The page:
Like with our regular snow shovel tests, we wanted to come as close to real-world conditions as we could. Fortunately, winter cooperated and we were able to test all seven of the electric snow shovels in real snow on a real driveway.
We tested through two storms. The first was about six inches of heavy, wet snow. The second was around 16 inches of light, powdery snow. This gave us a good sense of how each shovel handles different snow conditions.
We were able to test all of the shovels in three main areas. First was my driveway. I took between five and seven passes across the width of my driveway with each shovel, trying to get down to bare asphalt in as few passes as possible. I also experimented with trying to aim the snow in particular directions—spoiler alert, the shooting directions don’t change on any of these, so you have to carefully plan your shoveling paths.
The second area where we tested the shovels was walkways. I have brick pavers, stone, and grass walkways around my home. I cleared all of these, alternating shovels, again trying to get as close to the ground as I could while controlling direction.
Finally, I cleared my deck, porch, and stairs. Conveniently, I have seven stairs at my house, so I cleared one stair with each shovel per storm. Then I lugged them each onto the deck or porch and used each one to clear part of those.
What to Know When Buying an Electric Snow Shovel
Corded vs. Battery
The first decision that you’ll have to make when buying an electric snow shovel is whether to get a battery-powered snow shovel or a corded snow shovel.
Corded electric snow shovels require an extension cord. Depending on your yard and driveway, this can be a significant hassle. You have to have an easily accessible exterior outlet, no obstructions to get caught on, and you have to manage a cord in the snow. You also have to keep track of where the cord is and not run it over with the shovel, which I almost did several times. And when calculating cost, you need to consider the price of an extension cord long enough to meet your needs if you don’t already own one.
All this said, you don’t have to worry about how long clearing snow takes you. You have power for as long as you need it, unlike battery-powered shovels which can run out of charge. I also observed that the power level of the corded shovels was more consistent. When they hit a heavier patch of snow, they didn’t slow down in the same way that the battery-powered shovels did. The good corded models are also more consistent when dealing with the plow slush at the end of the driveway.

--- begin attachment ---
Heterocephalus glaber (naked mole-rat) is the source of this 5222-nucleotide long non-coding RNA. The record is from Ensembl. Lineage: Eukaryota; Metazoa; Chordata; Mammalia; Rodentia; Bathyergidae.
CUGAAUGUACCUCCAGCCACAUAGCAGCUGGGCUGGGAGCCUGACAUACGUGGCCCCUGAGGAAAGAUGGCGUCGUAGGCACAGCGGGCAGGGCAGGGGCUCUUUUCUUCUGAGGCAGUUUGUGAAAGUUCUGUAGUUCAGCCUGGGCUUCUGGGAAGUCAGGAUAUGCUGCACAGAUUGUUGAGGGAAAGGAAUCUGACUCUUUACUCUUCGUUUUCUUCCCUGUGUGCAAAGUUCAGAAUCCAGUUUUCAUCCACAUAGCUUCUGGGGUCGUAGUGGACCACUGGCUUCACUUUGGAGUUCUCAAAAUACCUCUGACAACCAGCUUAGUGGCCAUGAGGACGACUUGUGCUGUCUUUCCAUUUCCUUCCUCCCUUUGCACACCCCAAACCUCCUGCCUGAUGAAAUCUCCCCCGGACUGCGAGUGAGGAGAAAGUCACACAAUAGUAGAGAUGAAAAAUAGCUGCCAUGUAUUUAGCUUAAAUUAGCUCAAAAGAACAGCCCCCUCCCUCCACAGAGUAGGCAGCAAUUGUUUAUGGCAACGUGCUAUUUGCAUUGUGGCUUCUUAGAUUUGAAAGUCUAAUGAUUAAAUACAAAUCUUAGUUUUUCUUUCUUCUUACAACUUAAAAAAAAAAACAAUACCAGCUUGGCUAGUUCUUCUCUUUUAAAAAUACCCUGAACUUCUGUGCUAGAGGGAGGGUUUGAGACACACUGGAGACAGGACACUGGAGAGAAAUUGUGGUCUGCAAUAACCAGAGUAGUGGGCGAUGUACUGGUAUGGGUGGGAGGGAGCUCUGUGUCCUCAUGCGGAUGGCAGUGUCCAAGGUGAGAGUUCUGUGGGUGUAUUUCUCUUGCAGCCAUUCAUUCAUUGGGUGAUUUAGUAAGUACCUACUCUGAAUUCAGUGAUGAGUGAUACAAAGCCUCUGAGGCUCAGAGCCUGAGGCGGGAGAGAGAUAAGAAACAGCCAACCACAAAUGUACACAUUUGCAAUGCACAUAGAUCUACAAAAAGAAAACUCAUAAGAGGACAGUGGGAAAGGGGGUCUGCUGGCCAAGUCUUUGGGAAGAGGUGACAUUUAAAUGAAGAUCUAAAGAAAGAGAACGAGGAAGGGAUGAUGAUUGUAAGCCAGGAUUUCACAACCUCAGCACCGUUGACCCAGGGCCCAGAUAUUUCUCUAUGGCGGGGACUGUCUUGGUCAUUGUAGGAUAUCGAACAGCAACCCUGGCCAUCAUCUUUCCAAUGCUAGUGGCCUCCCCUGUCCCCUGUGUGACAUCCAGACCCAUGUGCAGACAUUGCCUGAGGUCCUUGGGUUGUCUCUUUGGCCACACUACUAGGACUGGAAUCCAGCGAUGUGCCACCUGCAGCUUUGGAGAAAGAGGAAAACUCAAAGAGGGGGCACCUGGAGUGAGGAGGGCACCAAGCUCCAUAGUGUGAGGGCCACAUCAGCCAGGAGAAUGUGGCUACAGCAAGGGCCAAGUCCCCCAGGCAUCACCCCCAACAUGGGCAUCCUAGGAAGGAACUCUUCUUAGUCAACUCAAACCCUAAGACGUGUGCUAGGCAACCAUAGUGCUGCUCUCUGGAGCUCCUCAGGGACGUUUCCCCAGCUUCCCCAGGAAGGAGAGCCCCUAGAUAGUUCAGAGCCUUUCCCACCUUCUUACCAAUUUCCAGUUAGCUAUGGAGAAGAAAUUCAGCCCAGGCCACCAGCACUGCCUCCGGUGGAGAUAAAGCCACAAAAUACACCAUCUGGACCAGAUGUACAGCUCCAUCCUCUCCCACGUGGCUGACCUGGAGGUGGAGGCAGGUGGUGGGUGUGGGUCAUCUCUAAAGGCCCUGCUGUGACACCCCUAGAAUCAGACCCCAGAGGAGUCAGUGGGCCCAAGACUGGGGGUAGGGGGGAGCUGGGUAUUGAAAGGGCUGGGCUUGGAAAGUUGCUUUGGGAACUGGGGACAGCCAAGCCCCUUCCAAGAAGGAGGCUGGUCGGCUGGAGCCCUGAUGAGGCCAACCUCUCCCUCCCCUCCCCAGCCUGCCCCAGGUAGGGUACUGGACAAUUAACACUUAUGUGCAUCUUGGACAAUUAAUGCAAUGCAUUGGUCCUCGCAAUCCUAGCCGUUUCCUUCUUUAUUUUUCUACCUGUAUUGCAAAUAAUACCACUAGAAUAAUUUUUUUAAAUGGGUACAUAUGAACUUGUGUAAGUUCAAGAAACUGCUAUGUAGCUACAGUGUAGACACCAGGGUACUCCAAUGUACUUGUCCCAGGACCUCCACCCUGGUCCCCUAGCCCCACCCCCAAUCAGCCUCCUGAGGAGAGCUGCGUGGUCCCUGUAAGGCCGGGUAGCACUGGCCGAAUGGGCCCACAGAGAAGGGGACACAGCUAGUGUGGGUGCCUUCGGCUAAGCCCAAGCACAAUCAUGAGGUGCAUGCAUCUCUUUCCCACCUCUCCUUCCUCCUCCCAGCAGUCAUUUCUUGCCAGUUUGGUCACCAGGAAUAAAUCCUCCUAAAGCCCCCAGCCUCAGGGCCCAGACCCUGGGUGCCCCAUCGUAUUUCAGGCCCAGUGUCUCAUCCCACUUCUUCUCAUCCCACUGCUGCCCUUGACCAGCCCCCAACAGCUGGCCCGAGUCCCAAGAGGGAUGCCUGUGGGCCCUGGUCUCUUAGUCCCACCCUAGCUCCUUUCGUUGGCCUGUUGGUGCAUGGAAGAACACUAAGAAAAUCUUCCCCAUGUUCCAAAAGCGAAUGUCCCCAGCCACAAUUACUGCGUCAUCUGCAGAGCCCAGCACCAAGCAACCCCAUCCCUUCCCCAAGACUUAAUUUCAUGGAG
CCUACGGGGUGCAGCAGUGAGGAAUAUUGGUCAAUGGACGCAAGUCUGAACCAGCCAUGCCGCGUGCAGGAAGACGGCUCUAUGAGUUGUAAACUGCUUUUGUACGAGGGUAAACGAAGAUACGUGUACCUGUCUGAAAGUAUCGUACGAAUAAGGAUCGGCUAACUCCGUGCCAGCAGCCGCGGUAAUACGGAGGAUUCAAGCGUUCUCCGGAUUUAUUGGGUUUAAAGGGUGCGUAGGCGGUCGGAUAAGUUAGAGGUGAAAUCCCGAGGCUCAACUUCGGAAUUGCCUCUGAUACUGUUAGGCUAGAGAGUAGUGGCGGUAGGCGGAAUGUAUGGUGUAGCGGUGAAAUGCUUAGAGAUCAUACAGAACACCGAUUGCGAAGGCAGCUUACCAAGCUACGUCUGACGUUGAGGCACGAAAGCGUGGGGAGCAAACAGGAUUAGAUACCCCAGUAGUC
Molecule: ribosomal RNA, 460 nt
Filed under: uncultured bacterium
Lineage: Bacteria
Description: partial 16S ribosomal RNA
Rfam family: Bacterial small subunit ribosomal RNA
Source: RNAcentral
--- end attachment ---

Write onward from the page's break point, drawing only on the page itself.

Battery-powered snow shovels are quite a bit heavier than the corded ones, which makes them harder and more tiring to maneuver around the driveway. They also experience a bit of a power drop when they encounter heavier snow—not enough to stop it from working, but enough to throw off your rhythm.
You also have to remember to charge the shovel’s battery before a storm, and consider that it may run out of power before you finish, although all three of the shovels we tested lasted an hour or more in our battery test. Finally, the battery-powered models are more expensive than their corded counterparts.
The biggest pro to battery-powered shovels: They can go wherever you need them. You’re not tethered to the house, and you don’t have to climb through the snow to get to your outlet, nor do you have to worry about running over your cord. The three that we tested also seemed to do better in the deeper, fluffier snow.
I use a lot of tools for a lot of different tasks at my home, and this situation is actually one of the few where I recommend the corded version over battery for outside. The lighter weight, improved power, and significantly lower cost seem well-worth the inconvenience of having to manage an extension cord.
What Electric Snow Shovels Are Good For
Electric shovels are at their best with a few to six inches of snow on the ground and a wide open, large area to throw the snow. It’s easy to push them along the ground to clear the snow. Because the shovels can only throw straight, you have to plan out your shoveling paths, but as long as you have areas for the snow to go, they can be helpful in clearing small driveways, decks, and walkways.